How do you know when you have hit the sweet spot in your work?

As strange as it sounds, it’s when you leave your comfort zone and build something that tests the boundaries of what’s acceptable to the average player.  You immediately find yourself questioning whether people will accept that feature or that concept.  And you know there’s no guarantee that everything done in that context will work, but greatness lies in that uncomfortable place.  Playing it safe has never furthered any art form.

In Laval we built five greens that fell away from the line of play.  For many designers this is considered an antiquated idea or even unfair, and that should be avoided at all costs.  But it’s also a common feature found on almost every course that has influenced my design philosophy.  Admittedly, it was the idea that I worried the most about when we set out to build Laval, but it’s never been mentioned once by those who play the course because they all think the holes follow the natural flow of the land and there are alternative ways to approach those holes.  I guess the sweet spot is when you trust the knowledge that you have accumulated and build what you believe in.

What course would you love to restore?


I don’t think this is too complicated.  There are enough images, aerials and written information available to restore the course.  In the process I would properly detail the bunker work to deal with the serious playability issues, restore a few altered bunkers, fix some of the tie-ins from when they rebuilt the greens (by adding mix on top of the original greens).  I would also rebuild the Robinson green (current 18th) and restore it back to the original surface.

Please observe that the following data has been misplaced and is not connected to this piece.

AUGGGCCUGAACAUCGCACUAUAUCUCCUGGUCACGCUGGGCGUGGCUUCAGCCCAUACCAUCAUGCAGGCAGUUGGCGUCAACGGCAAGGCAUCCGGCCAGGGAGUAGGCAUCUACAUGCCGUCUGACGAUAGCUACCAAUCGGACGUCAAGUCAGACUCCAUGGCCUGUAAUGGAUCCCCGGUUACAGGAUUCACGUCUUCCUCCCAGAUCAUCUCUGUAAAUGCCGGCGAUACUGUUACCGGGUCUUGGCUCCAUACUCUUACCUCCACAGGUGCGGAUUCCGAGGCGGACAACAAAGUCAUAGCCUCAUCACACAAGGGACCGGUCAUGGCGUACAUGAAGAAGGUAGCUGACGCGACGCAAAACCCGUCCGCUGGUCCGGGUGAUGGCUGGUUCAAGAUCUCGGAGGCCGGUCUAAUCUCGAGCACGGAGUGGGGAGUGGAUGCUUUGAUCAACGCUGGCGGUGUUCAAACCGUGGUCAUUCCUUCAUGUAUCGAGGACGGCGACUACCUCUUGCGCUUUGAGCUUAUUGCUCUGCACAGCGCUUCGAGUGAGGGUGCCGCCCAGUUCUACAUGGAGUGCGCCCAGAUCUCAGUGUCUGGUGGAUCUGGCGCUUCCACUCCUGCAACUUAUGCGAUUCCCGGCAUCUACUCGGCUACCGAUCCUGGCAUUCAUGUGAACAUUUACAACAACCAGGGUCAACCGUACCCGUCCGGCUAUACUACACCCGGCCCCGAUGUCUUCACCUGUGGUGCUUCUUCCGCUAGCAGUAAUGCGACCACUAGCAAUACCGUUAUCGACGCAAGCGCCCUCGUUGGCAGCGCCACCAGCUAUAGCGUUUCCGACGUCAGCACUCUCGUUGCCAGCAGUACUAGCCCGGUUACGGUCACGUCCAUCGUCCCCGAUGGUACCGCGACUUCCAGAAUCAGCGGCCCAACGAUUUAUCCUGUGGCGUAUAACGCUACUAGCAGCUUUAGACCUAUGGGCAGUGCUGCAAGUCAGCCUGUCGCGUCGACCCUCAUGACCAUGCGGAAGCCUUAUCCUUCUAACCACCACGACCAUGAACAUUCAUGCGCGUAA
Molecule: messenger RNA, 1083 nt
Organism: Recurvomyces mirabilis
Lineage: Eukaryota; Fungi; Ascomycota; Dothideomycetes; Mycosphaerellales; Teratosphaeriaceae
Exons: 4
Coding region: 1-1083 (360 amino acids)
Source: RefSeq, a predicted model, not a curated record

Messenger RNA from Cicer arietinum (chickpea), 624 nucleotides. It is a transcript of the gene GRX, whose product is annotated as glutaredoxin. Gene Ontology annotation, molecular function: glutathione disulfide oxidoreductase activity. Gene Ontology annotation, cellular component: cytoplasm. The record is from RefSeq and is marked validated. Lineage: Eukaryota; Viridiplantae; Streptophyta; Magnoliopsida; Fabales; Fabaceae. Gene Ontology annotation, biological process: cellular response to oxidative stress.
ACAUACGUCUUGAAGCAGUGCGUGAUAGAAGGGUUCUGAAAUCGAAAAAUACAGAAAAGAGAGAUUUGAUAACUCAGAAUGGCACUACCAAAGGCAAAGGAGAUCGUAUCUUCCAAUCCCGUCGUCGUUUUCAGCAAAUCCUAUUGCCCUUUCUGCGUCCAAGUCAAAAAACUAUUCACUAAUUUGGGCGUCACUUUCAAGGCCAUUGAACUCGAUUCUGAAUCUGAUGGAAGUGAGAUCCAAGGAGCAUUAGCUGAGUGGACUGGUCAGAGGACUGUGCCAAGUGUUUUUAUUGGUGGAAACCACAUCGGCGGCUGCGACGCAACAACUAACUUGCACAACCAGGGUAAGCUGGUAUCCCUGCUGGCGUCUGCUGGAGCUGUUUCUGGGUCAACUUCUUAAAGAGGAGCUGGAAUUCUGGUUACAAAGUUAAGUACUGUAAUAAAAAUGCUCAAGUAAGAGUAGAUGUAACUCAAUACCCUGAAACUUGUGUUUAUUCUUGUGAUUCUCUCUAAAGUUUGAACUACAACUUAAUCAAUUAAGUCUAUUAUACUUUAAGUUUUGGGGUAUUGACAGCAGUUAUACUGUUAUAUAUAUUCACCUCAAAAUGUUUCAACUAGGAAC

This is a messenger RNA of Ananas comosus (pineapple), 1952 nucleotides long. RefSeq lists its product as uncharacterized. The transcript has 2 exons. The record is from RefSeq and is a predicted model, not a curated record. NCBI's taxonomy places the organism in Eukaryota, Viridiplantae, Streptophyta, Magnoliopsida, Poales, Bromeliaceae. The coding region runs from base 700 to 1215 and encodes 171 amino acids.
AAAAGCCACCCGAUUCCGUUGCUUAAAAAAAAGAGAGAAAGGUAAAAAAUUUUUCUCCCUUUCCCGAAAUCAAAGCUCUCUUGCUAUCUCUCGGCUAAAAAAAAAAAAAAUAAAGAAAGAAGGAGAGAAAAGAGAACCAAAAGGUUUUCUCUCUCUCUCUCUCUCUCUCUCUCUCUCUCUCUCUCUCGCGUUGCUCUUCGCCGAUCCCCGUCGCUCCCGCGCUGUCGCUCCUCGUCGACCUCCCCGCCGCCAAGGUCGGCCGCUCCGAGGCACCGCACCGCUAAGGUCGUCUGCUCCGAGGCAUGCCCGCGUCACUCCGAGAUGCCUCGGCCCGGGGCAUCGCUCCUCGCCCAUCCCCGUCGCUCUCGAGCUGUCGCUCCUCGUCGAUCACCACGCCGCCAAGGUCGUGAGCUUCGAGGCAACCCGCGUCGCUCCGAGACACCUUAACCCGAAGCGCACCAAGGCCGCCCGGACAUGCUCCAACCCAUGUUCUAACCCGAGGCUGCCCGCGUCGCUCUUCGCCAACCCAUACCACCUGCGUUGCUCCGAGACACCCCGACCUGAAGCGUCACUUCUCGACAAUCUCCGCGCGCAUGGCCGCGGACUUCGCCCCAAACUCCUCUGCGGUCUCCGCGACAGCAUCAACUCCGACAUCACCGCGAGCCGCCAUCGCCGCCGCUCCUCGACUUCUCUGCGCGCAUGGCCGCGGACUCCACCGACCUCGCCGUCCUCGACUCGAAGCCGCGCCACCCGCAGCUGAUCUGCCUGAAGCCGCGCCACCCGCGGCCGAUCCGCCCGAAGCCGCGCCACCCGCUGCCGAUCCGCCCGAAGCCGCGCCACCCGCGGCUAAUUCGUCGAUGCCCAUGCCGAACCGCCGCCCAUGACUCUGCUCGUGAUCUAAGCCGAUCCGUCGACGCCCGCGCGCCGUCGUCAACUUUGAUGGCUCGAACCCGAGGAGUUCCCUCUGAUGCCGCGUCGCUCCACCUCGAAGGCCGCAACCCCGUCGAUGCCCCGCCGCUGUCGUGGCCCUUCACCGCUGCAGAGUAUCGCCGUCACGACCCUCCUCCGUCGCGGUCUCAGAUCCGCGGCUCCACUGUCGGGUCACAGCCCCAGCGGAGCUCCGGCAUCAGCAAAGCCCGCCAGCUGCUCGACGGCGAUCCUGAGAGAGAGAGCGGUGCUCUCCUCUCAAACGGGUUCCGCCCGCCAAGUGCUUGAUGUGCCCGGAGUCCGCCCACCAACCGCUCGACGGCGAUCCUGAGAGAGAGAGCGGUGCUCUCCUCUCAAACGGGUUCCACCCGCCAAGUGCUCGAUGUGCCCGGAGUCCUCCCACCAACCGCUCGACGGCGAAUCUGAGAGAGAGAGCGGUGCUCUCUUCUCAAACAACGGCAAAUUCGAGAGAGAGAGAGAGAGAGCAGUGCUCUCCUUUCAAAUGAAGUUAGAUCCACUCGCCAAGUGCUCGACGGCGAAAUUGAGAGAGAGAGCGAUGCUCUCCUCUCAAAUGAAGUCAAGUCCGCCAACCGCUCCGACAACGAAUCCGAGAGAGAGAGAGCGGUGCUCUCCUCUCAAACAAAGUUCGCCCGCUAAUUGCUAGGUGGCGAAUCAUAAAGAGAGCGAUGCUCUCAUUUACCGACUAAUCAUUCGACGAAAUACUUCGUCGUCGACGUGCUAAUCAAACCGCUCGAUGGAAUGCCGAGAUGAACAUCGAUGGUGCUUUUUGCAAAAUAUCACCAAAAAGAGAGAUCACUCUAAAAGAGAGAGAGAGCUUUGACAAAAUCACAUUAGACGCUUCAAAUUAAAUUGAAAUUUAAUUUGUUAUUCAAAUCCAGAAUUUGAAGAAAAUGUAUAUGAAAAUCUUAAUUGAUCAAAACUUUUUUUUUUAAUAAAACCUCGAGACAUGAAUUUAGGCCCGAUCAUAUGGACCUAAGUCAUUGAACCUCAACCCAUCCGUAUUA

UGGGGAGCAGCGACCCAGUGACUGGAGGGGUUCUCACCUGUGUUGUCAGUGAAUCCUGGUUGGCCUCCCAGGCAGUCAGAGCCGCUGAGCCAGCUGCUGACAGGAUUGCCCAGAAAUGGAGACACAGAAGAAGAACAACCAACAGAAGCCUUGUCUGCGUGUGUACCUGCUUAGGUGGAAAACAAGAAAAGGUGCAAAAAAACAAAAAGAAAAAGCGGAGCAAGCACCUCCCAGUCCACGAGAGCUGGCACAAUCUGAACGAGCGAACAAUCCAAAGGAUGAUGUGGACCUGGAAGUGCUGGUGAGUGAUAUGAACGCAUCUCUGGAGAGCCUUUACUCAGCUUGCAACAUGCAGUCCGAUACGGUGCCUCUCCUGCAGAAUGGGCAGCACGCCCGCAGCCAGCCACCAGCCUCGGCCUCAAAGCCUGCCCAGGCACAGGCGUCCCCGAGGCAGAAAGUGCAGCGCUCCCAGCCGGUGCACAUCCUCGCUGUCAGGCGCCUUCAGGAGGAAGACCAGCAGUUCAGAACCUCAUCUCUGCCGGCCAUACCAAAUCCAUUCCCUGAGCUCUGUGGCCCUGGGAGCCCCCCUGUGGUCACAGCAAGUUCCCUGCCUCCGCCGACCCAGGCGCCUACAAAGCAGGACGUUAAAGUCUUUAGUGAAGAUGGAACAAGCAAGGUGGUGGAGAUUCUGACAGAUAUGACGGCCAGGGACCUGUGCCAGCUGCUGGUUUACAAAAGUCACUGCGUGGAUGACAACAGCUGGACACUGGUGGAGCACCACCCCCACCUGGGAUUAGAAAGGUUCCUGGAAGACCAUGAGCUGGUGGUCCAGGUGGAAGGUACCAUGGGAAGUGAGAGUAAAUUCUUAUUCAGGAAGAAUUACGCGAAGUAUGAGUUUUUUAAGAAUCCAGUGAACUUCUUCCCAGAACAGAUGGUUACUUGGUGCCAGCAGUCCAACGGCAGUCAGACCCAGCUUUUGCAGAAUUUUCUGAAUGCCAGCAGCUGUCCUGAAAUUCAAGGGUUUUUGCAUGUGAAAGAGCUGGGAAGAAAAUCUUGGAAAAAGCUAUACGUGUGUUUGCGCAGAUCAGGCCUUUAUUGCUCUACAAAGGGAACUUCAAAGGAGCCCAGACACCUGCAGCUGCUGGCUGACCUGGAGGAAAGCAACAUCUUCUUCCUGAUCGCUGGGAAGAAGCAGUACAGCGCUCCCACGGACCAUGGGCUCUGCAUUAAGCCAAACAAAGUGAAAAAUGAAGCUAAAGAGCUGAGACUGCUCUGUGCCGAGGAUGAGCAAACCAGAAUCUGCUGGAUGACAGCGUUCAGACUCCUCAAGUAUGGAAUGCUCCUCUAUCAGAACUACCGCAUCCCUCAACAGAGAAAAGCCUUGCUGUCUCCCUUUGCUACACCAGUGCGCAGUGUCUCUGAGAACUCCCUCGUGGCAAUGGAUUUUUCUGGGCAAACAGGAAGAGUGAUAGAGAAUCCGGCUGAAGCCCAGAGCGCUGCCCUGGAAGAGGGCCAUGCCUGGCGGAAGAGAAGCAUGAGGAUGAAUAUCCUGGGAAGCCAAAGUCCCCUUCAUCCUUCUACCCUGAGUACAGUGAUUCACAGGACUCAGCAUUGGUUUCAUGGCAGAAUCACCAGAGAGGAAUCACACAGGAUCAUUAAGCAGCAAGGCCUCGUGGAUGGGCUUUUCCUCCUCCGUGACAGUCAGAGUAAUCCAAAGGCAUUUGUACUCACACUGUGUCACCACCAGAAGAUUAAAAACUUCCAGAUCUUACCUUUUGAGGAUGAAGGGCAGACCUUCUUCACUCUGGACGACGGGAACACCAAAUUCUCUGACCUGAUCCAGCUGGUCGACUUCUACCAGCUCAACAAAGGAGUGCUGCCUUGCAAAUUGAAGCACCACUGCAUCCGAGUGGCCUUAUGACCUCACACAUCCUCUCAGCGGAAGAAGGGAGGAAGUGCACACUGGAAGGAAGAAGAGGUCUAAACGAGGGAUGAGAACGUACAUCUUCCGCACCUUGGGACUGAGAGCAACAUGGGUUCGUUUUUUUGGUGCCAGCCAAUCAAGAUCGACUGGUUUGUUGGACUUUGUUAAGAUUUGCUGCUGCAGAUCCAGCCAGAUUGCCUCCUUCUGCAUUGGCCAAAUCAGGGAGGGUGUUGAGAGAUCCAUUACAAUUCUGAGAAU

Let’s call it a labour of love.

What course would you love to get your hands on for a renovation project?

There was a recent proposal put forward to the PEI government to buy and re-develop Crowbush Cove.  It involved not only a redesign, but the addition of more dunes land to replace some of the interior holes.  That’s a site and project that would be very high on my list.  There are not very many sand and dunes land opportunities in Canada.

What do you love most about practicing your craft?

Considering all the potential options, it’s the time when you are an artist.  It’s that feeling of self-expression that more than makes up for the more challenging, time consuming, process orientated aspects of this business.